We’ve seen this checklist work for a vice president of engineering who was anxious about an upcoming meeting on a very contentious topic. Recognizing his emotions, he chose to regulate them by planning positive steps that would make him feel calm and grounded and ensure the best outcome.
The VP planned a nice lunch for the meeting day and blocked out time for a walk outside. When he opened the meeting, he was in a much better mood and succeeded in bringing the group to consensus, an important outcome for the business.
The power of emotional intelligence is that the VP produced a better outcome just by changing himself and no one else. He was able to show up differently for the meeting because he was aware of his feelings and applied strategies to regulate them. And he was better able to navigate conversations with his team. In reflection, he shared, “I know that I won’t always get the outcome I want every time, but I absolutely know that I wouldn’t have achieved it in this case if I hadn’t regulated my emotions before and during the meeting.”
More than anyone else in the organization, leaders must consider how their emotions affect others. Here are just a few of the simpler techniques that can help leaders navigate their emotional intelligence challenges.
Be aware of your own emotions and how they change through the day.
When you feel an emotion that’s not helpful for the task at hand, use a strategy to shift to a more useful emotion:
Observe and ask about the emotions of the people who work for you.
Here are some ways of bringing up the topic skillfully:
Once you know how a team member is feeling, demonstrate care and concern by listening and taking actions that improve their work experience.
Taking these steps and repeating them often builds a culture of trust and encourages open communication. Leaders succeed when they remember to listen more than they talk, and to lead by example by sharing their emotions. Authentic leaders aren’t happy all of the time, nor do they have all of the answers. But they do express their emotions in a way that’s situationally appropriate.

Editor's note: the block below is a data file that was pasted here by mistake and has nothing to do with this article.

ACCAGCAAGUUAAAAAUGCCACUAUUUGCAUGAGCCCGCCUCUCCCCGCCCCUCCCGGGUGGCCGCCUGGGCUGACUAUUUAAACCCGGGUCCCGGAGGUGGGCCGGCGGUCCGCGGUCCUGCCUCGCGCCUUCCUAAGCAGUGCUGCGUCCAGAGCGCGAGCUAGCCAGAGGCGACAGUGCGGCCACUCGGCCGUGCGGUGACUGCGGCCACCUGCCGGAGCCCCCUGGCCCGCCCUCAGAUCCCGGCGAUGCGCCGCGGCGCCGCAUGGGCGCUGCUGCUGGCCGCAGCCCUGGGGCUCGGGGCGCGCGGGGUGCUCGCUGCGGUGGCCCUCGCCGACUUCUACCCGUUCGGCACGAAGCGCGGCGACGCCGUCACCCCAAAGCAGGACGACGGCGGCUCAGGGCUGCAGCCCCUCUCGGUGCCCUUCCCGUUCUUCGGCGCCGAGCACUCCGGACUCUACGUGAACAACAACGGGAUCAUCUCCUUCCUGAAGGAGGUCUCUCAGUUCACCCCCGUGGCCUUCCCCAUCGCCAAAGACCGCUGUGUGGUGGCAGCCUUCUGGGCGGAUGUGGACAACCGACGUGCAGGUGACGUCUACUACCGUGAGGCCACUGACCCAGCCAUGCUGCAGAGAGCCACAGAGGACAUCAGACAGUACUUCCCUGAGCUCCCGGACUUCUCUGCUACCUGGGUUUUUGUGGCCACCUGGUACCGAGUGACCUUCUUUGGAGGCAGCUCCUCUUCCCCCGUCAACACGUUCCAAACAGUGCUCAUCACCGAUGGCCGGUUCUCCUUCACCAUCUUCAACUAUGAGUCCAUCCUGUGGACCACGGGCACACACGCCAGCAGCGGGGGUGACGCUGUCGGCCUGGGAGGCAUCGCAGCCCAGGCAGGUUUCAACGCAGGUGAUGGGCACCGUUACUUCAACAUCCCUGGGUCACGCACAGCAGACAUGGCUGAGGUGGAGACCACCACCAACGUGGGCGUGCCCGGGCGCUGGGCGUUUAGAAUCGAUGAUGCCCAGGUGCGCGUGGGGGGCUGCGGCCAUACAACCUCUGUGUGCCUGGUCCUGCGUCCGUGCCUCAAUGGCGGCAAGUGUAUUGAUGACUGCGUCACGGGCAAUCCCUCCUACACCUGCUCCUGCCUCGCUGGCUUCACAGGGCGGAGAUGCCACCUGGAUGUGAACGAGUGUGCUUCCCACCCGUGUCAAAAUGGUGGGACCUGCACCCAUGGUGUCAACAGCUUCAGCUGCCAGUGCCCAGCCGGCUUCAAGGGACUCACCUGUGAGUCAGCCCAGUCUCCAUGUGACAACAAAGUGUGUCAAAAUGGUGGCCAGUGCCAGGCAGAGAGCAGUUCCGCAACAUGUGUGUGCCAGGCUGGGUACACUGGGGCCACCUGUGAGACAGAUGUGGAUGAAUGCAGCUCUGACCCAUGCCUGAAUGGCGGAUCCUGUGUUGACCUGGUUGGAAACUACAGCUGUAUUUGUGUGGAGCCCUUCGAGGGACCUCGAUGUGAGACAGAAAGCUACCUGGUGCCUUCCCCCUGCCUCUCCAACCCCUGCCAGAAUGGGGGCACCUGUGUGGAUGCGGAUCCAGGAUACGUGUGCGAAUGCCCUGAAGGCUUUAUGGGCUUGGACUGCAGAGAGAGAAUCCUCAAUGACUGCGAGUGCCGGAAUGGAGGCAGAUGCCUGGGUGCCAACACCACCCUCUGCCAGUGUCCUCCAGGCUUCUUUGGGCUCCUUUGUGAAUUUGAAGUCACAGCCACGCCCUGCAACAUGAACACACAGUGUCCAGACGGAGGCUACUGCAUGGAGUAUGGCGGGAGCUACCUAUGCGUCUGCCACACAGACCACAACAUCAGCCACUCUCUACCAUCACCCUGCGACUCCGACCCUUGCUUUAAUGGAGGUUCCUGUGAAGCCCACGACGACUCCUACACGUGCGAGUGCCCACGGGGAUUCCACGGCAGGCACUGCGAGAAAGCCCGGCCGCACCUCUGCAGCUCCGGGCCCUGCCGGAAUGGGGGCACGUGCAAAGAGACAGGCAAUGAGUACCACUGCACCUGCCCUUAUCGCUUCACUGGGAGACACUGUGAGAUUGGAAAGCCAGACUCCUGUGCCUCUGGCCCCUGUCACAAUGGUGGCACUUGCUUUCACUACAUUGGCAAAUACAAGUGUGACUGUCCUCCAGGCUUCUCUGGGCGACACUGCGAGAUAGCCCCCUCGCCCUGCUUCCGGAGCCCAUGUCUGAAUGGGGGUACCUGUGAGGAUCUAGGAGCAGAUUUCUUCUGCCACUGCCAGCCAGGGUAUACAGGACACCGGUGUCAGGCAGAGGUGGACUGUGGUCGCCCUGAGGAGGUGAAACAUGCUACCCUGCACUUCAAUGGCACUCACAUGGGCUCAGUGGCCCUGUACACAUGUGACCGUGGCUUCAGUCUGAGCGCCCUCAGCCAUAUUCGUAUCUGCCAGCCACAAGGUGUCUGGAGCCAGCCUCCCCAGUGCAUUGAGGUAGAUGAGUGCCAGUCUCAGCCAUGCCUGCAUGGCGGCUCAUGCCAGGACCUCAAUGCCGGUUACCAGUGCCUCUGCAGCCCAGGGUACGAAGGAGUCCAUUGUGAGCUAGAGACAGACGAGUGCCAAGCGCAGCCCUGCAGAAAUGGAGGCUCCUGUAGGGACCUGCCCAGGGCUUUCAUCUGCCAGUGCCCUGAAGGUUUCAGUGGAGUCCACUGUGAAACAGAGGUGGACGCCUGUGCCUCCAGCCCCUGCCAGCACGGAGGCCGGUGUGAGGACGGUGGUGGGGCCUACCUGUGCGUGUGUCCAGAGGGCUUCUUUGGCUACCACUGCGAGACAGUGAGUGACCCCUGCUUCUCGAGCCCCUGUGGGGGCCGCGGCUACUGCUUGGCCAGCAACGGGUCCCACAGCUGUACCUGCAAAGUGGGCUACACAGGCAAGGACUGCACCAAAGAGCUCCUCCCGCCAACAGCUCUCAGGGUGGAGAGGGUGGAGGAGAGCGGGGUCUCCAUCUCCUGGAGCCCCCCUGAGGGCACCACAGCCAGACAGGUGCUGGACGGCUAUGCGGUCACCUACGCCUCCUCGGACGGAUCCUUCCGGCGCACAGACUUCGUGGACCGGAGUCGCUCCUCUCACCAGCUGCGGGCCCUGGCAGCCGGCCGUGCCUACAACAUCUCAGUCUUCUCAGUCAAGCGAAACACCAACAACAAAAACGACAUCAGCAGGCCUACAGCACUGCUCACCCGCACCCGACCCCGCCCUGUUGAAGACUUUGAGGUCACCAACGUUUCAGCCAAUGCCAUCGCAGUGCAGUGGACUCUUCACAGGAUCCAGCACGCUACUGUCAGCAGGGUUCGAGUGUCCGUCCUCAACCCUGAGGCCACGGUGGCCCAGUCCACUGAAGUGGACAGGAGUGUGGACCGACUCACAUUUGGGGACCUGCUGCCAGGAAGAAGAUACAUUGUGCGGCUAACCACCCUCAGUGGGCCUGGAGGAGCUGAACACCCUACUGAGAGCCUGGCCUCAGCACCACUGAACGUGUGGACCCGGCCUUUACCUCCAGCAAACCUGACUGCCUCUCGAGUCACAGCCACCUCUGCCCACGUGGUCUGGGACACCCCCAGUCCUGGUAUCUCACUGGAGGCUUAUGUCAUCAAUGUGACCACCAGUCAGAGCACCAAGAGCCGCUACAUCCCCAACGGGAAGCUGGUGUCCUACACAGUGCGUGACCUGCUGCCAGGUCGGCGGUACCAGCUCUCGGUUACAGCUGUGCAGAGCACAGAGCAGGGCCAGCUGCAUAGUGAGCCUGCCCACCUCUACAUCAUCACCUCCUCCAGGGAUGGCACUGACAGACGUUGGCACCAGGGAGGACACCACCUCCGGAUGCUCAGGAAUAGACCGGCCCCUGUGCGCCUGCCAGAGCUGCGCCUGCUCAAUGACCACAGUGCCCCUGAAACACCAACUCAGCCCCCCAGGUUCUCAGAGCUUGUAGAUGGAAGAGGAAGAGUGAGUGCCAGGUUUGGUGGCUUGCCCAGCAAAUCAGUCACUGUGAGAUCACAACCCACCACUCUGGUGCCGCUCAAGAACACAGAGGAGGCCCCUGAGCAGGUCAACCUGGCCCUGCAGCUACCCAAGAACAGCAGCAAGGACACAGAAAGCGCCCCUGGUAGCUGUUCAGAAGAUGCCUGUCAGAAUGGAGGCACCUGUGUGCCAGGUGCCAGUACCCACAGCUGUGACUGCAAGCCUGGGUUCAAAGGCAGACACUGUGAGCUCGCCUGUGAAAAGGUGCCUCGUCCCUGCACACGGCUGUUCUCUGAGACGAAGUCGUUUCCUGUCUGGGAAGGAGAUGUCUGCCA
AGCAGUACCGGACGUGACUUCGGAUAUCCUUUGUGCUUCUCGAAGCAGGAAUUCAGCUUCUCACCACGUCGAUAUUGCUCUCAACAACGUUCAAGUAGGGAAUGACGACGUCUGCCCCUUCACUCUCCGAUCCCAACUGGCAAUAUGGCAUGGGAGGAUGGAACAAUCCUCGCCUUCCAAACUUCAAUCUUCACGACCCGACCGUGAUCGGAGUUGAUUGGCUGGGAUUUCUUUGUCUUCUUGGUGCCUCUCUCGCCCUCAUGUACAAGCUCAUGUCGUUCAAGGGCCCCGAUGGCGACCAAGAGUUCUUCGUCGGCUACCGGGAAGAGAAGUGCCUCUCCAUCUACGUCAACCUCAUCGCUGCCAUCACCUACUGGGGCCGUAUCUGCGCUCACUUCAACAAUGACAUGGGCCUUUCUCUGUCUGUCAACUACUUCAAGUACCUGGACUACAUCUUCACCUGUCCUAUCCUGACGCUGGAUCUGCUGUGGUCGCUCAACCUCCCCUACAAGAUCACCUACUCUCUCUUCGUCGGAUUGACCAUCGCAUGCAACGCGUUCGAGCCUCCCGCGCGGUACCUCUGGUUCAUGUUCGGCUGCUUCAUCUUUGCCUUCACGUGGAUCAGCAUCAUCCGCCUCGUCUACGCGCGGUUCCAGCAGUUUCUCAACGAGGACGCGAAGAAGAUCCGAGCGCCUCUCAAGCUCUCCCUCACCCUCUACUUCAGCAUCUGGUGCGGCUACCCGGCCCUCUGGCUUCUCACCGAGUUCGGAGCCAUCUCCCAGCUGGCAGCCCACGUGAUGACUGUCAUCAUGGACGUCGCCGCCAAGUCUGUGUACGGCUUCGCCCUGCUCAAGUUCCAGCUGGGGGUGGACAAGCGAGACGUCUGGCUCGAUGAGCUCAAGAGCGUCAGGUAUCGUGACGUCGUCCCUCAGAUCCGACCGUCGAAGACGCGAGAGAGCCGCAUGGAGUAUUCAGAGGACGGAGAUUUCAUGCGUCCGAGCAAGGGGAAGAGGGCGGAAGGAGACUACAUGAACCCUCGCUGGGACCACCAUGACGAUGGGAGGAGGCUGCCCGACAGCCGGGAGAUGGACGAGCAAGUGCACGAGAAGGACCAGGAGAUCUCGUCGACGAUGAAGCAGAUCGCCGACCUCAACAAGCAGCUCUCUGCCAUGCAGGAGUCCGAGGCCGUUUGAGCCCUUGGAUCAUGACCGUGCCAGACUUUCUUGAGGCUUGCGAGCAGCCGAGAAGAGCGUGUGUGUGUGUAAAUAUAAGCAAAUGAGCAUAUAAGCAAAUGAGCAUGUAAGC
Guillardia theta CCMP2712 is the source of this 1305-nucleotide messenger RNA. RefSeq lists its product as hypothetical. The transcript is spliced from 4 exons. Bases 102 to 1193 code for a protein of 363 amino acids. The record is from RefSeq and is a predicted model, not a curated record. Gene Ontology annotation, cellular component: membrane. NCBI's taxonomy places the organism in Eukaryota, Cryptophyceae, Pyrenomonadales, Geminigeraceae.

It’s difficult to overemphasize the importance of managing emotions in the workplace. The good news is that emotional intelligence at work can be learned, with practice, over time. Start by checking on how you feel 3 - 5 times during your work day. Ask yourself: is it useful to stay feeling this way, or better to shift? If it’s better to shift, what would I like to feel instead? Then, pick a strategy that helps to move you from one emotion to the other. The more you put these techniques into practice, the better prepared you will be - especially during high stakes situations.
Of course, you'll find it easier to apply these new skills if you can find ways to practice and get input from a coach and your peers. The more you put these techniques into practice, the better prepared you will be - especially during high stakes situations.
Master the skills needed to raise your emotional intelligence. Speak with an Oji Emotions Specialist today